What are the ‘Ushpizin’? Hebrew Etymology lesson for ‘Sukkot’

The basic commandment of the ‘Feast of Sukkot’ is to sit/dwell in the Sukkah {סוכה} (tent or booth) for seven days. The Bible also speaks about the ‘Four Species’ as we discussed in yesterday’s post.

But in addition to those TWO biblical commandments, another tradition has evolved over the years and today is almost an integral part of the ‘Feast of Sukkot’ – the ‘Ushpezin.’ {אושפיזין}


The ‘Ushpezin’ are SEVEN guests who are invited to visit the ‘Sukkah’ – a different guest for each day of the holiday. However, we are not talking about ‘real’ guests but rather symbolic spiritual guests who are in fact the main and very noteworthy biblical figures: Abraham, Isaac, Jacob, Joseph, Moses, Aaron and David.

The origins of this tradition can be found in the most important text of the ‘Kabbalah’ {קבלה}(Jewish mysticism) the Book of Zohar {ספר הזוהר}, which was composed in the 13th century (in Spain).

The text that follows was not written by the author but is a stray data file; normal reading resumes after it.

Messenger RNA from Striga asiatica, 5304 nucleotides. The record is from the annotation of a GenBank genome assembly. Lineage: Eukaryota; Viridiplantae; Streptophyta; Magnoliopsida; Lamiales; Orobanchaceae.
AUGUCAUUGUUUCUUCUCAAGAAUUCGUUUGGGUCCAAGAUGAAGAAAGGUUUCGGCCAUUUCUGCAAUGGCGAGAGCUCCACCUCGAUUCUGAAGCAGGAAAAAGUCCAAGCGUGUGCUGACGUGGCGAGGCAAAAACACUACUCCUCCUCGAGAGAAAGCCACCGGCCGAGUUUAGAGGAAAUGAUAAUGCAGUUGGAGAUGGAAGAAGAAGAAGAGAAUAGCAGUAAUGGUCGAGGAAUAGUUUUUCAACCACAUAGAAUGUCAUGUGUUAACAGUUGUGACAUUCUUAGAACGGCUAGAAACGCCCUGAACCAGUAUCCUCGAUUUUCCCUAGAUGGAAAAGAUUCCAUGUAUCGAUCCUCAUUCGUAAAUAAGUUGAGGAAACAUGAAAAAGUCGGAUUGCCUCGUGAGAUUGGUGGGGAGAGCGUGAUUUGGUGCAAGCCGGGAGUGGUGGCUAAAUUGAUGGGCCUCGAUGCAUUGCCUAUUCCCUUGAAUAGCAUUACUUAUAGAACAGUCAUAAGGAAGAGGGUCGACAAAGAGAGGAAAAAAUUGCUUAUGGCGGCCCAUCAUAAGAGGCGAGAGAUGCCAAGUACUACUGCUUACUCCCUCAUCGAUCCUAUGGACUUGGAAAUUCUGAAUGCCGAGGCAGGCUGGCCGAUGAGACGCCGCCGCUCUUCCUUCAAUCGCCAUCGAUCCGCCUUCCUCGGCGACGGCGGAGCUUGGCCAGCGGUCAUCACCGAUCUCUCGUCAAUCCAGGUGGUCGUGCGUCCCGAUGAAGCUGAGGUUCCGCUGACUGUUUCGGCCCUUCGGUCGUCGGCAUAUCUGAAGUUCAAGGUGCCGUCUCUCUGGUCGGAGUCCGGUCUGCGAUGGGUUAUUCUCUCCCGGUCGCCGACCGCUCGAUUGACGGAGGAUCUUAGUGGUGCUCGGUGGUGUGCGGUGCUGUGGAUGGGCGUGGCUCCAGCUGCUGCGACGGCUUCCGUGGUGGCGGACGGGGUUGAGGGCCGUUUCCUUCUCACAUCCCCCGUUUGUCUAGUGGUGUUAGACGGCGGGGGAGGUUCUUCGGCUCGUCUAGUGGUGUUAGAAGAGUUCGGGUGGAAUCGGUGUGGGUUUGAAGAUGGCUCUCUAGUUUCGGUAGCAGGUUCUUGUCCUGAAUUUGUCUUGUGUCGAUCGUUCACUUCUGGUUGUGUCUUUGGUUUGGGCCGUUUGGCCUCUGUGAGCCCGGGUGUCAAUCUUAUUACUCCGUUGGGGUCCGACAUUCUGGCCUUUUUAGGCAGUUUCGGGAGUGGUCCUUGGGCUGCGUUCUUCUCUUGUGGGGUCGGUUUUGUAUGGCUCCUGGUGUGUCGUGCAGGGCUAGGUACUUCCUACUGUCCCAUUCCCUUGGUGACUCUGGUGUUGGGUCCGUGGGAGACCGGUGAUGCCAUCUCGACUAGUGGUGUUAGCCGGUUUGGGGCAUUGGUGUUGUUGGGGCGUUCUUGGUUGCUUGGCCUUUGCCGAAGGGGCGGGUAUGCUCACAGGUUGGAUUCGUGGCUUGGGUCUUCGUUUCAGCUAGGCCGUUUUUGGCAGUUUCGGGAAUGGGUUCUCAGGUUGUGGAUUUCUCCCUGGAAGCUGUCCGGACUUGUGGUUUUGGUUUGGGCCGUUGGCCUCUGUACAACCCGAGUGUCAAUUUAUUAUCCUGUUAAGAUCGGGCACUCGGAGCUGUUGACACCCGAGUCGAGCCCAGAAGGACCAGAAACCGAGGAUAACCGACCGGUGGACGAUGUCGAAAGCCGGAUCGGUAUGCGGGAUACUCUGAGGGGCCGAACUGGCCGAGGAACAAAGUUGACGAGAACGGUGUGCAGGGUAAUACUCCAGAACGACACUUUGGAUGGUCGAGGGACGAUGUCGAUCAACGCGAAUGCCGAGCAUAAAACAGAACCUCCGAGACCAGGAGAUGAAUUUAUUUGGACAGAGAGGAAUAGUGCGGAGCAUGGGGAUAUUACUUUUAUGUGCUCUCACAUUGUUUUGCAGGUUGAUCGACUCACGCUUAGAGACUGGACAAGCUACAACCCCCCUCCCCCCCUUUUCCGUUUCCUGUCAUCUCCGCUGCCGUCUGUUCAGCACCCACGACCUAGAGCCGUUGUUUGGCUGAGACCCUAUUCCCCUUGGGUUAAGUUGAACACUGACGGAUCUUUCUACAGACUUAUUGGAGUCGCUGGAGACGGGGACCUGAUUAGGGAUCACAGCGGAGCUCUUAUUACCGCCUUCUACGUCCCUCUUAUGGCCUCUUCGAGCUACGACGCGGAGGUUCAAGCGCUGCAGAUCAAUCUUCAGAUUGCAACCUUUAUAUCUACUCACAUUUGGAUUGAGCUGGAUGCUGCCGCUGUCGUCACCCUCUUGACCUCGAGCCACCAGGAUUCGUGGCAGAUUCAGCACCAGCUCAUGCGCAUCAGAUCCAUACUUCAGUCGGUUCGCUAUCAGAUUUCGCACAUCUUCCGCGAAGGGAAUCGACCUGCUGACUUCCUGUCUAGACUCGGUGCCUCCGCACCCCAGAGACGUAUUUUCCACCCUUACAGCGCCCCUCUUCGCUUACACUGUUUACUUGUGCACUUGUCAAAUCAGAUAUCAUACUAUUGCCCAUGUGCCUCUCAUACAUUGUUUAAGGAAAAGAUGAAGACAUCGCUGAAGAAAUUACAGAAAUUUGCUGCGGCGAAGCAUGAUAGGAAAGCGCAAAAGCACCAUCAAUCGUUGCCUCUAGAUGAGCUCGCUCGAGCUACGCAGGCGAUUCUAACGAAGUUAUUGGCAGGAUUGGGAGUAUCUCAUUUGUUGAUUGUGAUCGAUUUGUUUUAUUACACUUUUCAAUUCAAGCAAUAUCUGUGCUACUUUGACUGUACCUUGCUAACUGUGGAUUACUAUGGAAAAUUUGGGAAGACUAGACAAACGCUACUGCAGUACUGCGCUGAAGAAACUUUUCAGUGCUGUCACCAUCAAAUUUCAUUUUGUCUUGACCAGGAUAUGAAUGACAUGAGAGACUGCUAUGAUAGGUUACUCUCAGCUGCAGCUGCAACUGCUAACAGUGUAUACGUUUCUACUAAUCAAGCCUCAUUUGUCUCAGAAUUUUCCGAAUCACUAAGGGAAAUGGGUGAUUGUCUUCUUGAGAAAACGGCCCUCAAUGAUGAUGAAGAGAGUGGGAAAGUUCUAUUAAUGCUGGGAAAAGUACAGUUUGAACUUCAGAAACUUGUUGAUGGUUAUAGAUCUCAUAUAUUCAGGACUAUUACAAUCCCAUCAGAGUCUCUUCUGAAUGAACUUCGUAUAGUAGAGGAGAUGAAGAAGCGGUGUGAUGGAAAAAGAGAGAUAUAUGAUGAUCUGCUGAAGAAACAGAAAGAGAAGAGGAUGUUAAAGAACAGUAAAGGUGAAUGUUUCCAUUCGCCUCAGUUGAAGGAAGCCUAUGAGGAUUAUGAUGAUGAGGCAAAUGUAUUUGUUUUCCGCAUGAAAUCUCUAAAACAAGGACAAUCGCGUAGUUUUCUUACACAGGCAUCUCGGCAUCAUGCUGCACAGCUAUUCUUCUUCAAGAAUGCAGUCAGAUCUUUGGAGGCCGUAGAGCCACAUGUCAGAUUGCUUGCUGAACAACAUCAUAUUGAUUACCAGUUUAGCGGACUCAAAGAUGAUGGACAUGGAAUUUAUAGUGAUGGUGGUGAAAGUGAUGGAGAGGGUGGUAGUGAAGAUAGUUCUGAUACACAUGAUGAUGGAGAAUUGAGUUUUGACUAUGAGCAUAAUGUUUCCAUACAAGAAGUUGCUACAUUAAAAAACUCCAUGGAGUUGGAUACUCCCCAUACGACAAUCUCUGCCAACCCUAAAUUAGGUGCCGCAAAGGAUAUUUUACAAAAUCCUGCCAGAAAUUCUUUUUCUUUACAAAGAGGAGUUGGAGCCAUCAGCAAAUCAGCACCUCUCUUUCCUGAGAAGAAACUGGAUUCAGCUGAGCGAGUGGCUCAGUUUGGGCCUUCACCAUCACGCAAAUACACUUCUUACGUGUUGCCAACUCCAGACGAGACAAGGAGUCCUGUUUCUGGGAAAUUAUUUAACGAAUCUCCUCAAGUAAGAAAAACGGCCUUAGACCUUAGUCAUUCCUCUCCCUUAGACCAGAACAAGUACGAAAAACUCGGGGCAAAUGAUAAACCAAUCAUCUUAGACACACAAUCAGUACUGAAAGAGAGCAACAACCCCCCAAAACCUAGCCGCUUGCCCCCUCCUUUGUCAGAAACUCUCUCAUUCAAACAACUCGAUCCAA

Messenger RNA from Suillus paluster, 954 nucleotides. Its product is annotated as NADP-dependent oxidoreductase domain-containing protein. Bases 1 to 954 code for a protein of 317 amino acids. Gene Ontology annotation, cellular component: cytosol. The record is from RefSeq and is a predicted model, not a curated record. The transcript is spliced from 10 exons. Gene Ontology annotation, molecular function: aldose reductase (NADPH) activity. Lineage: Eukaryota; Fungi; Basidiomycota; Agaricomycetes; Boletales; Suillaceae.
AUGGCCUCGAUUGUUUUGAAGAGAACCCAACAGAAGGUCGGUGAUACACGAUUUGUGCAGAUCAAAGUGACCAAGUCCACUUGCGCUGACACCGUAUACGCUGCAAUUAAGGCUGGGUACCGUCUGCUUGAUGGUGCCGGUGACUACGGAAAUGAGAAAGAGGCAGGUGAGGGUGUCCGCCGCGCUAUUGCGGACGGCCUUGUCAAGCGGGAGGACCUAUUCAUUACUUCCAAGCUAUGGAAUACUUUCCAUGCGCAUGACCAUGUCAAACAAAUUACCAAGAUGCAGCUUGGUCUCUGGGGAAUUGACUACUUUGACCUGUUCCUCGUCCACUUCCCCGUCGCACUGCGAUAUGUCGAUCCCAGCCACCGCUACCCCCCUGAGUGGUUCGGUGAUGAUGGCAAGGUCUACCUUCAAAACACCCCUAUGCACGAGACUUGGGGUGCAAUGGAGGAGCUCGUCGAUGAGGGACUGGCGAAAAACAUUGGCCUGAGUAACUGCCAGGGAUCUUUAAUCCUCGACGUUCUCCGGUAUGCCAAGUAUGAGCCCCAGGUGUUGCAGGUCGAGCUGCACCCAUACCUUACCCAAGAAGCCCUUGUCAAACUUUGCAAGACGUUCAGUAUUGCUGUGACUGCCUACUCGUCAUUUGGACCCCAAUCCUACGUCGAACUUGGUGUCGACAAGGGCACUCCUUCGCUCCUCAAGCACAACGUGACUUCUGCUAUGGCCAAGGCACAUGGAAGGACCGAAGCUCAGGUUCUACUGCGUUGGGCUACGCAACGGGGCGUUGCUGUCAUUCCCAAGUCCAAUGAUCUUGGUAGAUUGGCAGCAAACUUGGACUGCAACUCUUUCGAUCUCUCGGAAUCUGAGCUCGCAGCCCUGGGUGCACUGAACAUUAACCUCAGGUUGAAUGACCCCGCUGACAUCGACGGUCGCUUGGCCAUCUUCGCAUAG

There, every ‘Ushpiz'{אושפיז} (the singular form of ‘Ushpizin’) represents a different symbolic virtue:

1)  Abraham – ‘Chesed’ {חסד} (‘grace’)

2). Isaac – ‘Yirah’ {יראה} (‘God-fearingness’)

3)  Jacob – ‘Tif’eret’ {תפארת} (‘splendor’)

4)  Joseph – ‘Tzadikut’ {צדיקות} (‘righteousness’)

5)  Moses – ‘Anavah’ {ענווה} (‘humility’)

6)  Aaron – ‘Kedushah’ {קדושה} (‘holiness’)

7)  David – ‘Malchut’ {מלכות} (‘kingship’)

The unique word ‘Ushpizin’ is in fact an Aramaic word and not original Hebrew.  It literally means ‘guests’ (most of the Book of Zohar is written in Aramaic).  It is derived from the Latin word ‘hospes’ (‘guest’) which is the origin of the English words ‘hospital’, ‘hospitality’, ‘hospice’, ‘hostel’ and ‘hotel.’ All of these words share the concept of ‘guest’ or more accurately, taking care of guests.